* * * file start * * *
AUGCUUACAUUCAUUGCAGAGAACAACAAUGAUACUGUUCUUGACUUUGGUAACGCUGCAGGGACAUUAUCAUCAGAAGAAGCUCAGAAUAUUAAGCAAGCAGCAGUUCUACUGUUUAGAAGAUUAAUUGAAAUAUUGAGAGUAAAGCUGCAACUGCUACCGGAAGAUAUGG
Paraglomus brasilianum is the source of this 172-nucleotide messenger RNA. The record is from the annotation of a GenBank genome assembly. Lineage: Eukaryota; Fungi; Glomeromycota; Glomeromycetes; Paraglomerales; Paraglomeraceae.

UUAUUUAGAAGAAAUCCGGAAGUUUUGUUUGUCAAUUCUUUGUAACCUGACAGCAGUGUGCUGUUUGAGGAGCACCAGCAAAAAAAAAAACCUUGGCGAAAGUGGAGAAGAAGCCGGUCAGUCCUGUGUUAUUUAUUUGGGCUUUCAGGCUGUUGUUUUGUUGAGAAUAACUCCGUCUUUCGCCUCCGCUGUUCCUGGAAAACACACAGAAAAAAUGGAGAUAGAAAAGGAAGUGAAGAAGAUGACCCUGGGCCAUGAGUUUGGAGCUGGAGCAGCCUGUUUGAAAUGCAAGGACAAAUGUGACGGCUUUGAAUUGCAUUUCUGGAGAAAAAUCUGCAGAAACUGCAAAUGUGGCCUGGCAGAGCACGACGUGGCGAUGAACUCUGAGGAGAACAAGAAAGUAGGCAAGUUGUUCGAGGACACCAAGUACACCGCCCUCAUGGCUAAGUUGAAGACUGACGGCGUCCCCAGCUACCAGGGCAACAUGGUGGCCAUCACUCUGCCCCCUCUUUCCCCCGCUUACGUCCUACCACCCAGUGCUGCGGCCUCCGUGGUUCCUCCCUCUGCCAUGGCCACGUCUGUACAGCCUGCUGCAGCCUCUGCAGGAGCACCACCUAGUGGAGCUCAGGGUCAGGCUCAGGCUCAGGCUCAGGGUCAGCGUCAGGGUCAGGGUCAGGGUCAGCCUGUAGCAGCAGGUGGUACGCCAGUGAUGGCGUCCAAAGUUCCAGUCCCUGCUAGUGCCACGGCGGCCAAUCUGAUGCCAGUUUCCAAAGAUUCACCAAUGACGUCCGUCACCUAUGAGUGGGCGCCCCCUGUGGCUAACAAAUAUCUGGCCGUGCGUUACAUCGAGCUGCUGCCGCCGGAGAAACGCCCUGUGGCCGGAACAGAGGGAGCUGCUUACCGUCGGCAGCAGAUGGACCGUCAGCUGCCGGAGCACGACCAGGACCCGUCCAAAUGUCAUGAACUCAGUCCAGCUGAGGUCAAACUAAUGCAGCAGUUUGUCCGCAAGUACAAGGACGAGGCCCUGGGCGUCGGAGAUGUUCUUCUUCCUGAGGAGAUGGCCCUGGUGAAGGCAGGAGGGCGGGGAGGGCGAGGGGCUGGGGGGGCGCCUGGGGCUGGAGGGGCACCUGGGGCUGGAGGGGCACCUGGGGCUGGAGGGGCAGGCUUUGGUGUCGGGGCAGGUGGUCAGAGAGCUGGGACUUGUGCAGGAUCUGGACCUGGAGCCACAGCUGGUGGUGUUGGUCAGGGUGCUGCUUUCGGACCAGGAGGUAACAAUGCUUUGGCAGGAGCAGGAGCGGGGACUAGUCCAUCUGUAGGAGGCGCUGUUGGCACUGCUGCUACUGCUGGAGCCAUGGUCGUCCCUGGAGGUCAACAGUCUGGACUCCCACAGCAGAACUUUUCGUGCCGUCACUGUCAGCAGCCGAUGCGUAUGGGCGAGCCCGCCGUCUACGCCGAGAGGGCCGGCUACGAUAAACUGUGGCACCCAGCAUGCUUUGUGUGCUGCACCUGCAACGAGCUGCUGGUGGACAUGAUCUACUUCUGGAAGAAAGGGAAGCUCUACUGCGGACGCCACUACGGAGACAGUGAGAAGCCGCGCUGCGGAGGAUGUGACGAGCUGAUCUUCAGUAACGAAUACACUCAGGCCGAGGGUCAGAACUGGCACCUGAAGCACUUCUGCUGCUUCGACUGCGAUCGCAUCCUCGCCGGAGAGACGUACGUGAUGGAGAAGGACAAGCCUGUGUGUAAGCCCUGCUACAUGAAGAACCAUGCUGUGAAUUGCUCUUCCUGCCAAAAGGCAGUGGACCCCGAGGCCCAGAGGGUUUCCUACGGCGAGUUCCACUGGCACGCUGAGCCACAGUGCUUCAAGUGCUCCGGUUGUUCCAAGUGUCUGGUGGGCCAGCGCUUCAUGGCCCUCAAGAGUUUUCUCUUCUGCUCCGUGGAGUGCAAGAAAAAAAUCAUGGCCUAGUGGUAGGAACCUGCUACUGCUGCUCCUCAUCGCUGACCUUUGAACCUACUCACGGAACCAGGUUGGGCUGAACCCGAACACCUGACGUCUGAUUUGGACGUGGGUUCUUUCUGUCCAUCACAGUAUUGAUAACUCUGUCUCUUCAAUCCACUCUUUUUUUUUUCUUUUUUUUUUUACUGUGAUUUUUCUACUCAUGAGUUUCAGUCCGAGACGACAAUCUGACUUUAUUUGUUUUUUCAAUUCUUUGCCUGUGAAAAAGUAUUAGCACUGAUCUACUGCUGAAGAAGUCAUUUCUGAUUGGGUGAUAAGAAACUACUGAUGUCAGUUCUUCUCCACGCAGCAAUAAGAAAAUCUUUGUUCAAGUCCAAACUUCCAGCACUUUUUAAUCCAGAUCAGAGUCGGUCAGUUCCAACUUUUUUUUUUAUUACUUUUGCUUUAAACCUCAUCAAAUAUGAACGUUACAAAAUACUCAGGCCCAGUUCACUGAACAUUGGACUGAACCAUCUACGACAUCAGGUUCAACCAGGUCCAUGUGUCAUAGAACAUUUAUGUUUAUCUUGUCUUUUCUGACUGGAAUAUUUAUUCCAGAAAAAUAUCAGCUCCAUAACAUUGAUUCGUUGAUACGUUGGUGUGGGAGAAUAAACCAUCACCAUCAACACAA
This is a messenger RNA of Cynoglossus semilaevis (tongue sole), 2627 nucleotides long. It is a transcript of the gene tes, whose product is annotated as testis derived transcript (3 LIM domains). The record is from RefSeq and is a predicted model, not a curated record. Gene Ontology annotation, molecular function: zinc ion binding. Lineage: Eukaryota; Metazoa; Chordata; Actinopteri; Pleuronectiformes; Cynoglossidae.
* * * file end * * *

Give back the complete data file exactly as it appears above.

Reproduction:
AUGCUUACAUUCAUUGCAGAGAACAACAAUGAUACUGUUCUUGACUUUGGUAACGCUGCAGGGACAUUAUCAUCAGAAGAAGCUCAGAAUAUUAAGCAAGCAGCAGUUCUACUGUUUAGAAGAUUAAUUGAAAUAUUGAGAGUAAAGCUGCAACUGCUACCGGAAGAUAUGG
Paraglomus brasilianum is the source of this 172-nucleotide messenger RNA. The record is from the annotation of a GenBank genome assembly. Lineage: Eukaryota; Fungi; Glomeromycota; Glomeromycetes; Paraglomerales; Paraglomeraceae.

UUAUUUAGAAGAAAUCCGGAAGUUUUGUUUGUCAAUUCUUUGUAACCUGACAGCAGUGUGCUGUUUGAGGAGCACCAGCAAAAAAAAAAACCUUGGCGAAAGUGGAGAAGAAGCCGGUCAGUCCUGUGUUAUUUAUUUGGGCUUUCAGGCUGUUGUUUUGUUGAGAAUAACUCCGUCUUUCGCCUCCGCUGUUCCUGGAAAACACACAGAAAAAAUGGAGAUAGAAAAGGAAGUGAAGAAGAUGACCCUGGGCCAUGAGUUUGGAGCUGGAGCAGCCUGUUUGAAAUGCAAGGACAAAUGUGACGGCUUUGAAUUGCAUUUCUGGAGAAAAAUCUGCAGAAACUGCAAAUGUGGCCUGGCAGAGCACGACGUGGCGAUGAACUCUGAGGAGAACAAGAAAGUAGGCAAGUUGUUCGAGGACACCAAGUACACCGCCCUCAUGGCUAAGUUGAAGACUGACGGCGUCCCCAGCUACCAGGGCAACAUGGUGGCCAUCACUCUGCCCCCUCUUUCCCCCGCUUACGUCCUACCACCCAGUGCUGCGGCCUCCGUGGUUCCUCCCUCUGCCAUGGCCACGUCUGUACAGCCUGCUGCAGCCUCUGCAGGAGCACCACCUAGUGGAGCUCAGGGUCAGGCUCAGGCUCAGGCUCAGGGUCAGCGUCAGGGUCAGGGUCAGGGUCAGCCUGUAGCAGCAGGUGGUACGCCAGUGAUGGCGUCCAAAGUUCCAGUCCCUGCUAGUGCCACGGCGGCCAAUCUGAUGCCAGUUUCCAAAGAUUCACCAAUGACGUCCGUCACCUAUGAGUGGGCGCCCCCUGUGGCUAACAAAUAUCUGGCCGUGCGUUACAUCGAGCUGCUGCCGCCGGAGAAACGCCCUGUGGCCGGAACAGAGGGAGCUGCUUACCGUCGGCAGCAGAUGGACCGUCAGCUGCCGGAGCACGACCAGGACCCGUCCAAAUGUCAUGAACUCAGUCCAGCUGAGGUCAAACUAAUGCAGCAGUUUGUCCGCAAGUACAAGGACGAGGCCCUGGGCGUCGGAGAUGUUCUUCUUCCUGAGGAGAUGGCCCUGGUGAAGGCAGGAGGGCGGGGAGGGCGAGGGGCUGGGGGGGCGCCUGGGGCUGGAGGGGCACCUGGGGCUGGAGGGGCACCUGGGGCUGGAGGGGCAGGCUUUGGUGUCGGGGCAGGUGGUCAGAGAGCUGGGACUUGUGCAGGAUCUGGACCUGGAGCCACAGCUGGUGGUGUUGGUCAGGGUGCUGCUUUCGGACCAGGAGGUAACAAUGCUUUGGCAGGAGCAGGAGCGGGGACUAGUCCAUCUGUAGGAGGCGCUGUUGGCACUGCUGCUACUGCUGGAGCCAUGGUCGUCCCUGGAGGUCAACAGUCUGGACUCCCACAGCAGAACUUUUCGUGCCGUCACUGUCAGCAGCCGAUGCGUAUGGGCGAGCCCGCCGUCUACGCCGAGAGGGCCGGCUACGAUAAACUGUGGCACCCAGCAUGCUUUGUGUGCUGCACCUGCAACGAGCUGCUGGUGGACAUGAUCUACUUCUGGAAGAAAGGGAAGCUCUACUGCGGACGCCACUACGGAGACAGUGAGAAGCCGCGCUGCGGAGGAUGUGACGAGCUGAUCUUCAGUAACGAAUACACUCAGGCCGAGGGUCAGAACUGGCACCUGAAGCACUUCUGCUGCUUCGACUGCGAUCGCAUCCUCGCCGGAGAGACGUACGUGAUGGAGAAGGACAAGCCUGUGUGUAAGCCCUGCUACAUGAAGAACCAUGCUGUGAAUUGCUCUUCCUGCCAAAAGGCAGUGGACCCCGAGGCCCAGAGGGUUUCCUACGGCGAGUUCCACUGGCACGCUGAGCCACAGUGCUUCAAGUGCUCCGGUUGUUCCAAGUGUCUGGUGGGCCAGCGCUUCAUGGCCCUCAAGAGUUUUCUCUUCUGCUCCGUGGAGUGCAAGAAAAAAAUCAUGGCCUAGUGGUAGGAACCUGCUACUGCUGCUCCUCAUCGCUGACCUUUGAACCUACUCACGGAACCAGGUUGGGCUGAACCCGAACACCUGACGUCUGAUUUGGACGUGGGUUCUUUCUGUCCAUCACAGUAUUGAUAACUCUGUCUCUUCAAUCCACUCUUUUUUUUUUCUUUUUUUUUUUACUGUGAUUUUUCUACUCAUGAGUUUCAGUCCGAGACGACAAUCUGACUUUAUUUGUUUUUUCAAUUCUUUGCCUGUGAAAAAGUAUUAGCACUGAUCUACUGCUGAAGAAGUCAUUUCUGAUUGGGUGAUAAGAAACUACUGAUGUCAGUUCUUCUCCACGCAGCAAUAAGAAAAUCUUUGUUCAAGUCCAAACUUCCAGCACUUUUUAAUCCAGAUCAGAGUCGGUCAGUUCCAACUUUUUUUUUUAUUACUUUUGCUUUAAACCUCAUCAAAUAUGAACGUUACAAAAUACUCAGGCCCAGUUCACUGAACAUUGGACUGAACCAUCUACGACAUCAGGUUCAACCAGGUCCAUGUGUCAUAGAACAUUUAUGUUUAUCUUGUCUUUUCUGACUGGAAUAUUUAUUCCAGAAAAAUAUCAGCUCCAUAACAUUGAUUCGUUGAUACGUUGGUGUGGGAGAAUAAACCAUCACCAUCAACACAA
This is a messenger RNA of Cynoglossus semilaevis (tongue sole), 2627 nucleotides long. It is a transcript of the gene tes, whose product is annotated as testis derived transcript (3 LIM domains). The record is from RefSeq and is a predicted model, not a curated record. Gene Ontology annotation, molecular function: zinc ion binding. Lineage: Eukaryota; Metazoa; Chordata; Actinopteri; Pleuronectiformes; Cynoglossidae.